(c) In addition, each eligible applicant may implement the activities it proposed in response to the Invitational Priorities from its FY 2011 RTT-ELC application. Eligible applicants that wrote to Invitational Priority 2 are encouraged to enter into public-private partnerships to the extent that doing so would augment total funds available for carrying out the activities described in their FY 2011 RTT-ELC applications.
We encourage grantees to enter into consortia, where relevant, in order to maximize the use of available funds. Please refer to section (V)(b).
(d) The Departments will use Phase 2 RTT-ELC funding to support only those activities included in an eligible applicant's FY 2011 RTT-ELC application. Therefore, an eligible applicant must not include new activities in its Phase 2 RTT-ELC application.
(e) Each Phase 2 RTT-ELC application must include current signatures by the eligible applicant's Governor or an authorized representative signing on behalf of the Governor; an authorized representative from the eligible applicant's Lead Agency; and an authorized representative from each Participating State Agency.
(f) Each Phase 2 RTT-ELC application must include a newly-signed Memorandum of Understanding and a preliminary scope of work for each Participating State Agency.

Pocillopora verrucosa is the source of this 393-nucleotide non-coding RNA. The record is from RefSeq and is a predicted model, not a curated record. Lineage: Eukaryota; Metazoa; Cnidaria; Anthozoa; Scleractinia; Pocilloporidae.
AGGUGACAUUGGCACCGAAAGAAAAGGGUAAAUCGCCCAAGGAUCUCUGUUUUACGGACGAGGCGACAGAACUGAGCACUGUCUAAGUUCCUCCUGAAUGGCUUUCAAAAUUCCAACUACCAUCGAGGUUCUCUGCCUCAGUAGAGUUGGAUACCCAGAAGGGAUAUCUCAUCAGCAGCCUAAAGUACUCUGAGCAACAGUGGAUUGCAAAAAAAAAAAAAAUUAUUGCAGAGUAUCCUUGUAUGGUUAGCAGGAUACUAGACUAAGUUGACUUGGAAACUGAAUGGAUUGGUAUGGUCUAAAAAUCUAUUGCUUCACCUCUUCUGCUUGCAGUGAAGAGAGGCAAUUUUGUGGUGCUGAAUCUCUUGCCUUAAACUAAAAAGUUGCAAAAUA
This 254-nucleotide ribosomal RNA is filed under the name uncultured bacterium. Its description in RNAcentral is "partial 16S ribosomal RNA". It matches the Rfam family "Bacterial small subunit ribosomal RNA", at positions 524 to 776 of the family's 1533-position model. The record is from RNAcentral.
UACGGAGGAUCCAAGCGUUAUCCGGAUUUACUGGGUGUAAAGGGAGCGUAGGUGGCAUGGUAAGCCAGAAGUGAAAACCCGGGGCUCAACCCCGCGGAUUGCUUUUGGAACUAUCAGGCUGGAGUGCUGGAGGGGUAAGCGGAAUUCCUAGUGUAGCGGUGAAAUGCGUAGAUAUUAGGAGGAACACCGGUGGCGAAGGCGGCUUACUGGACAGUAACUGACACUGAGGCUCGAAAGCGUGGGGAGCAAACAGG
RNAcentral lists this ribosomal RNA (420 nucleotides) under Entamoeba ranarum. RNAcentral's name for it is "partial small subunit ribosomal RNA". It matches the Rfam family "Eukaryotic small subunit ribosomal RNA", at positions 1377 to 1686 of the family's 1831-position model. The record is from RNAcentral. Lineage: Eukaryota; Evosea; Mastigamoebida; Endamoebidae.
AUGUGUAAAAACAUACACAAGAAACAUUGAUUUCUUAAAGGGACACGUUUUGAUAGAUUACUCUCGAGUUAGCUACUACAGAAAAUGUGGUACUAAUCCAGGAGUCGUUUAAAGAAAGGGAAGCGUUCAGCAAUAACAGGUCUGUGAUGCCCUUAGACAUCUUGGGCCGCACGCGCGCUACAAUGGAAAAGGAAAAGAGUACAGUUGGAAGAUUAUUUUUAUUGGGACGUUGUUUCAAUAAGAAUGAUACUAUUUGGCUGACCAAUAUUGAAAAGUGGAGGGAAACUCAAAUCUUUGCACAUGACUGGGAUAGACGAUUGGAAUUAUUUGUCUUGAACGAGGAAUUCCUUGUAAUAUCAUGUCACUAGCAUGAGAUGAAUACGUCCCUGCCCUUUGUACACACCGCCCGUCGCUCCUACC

(a) While the State may make appropriate adjustments to the scope, budget, timelines, and performance targets, consistent with the reduced amount of funding that is available under the Phase 2 RTT-ELC award process, the State will maintain consistency with the absolute priority and meet all program and eligibility requirements of the FY 2011 RTT-ELC competition.
(b) The State must update tables 1-5 from section (A)(1) of its FY 2011 application. In addition, if the State has made any significant changes to the commitments, financial investments, numbers of children served, legislation, policies, practices, or other key areas of the program described in section (A)(1) of its FY 2011 application, it must submit an explanation of those changes, including updates to tables 6-13 from section (A)(1) as needed.
The State will maintain, in a manner consistent with its updates to tables 1-13, its commitment to and investment in high-quality, accessible early learning and development programs and services for children with high needs, as described in section (A)(1) of its FY 2011 RTT-ELC application.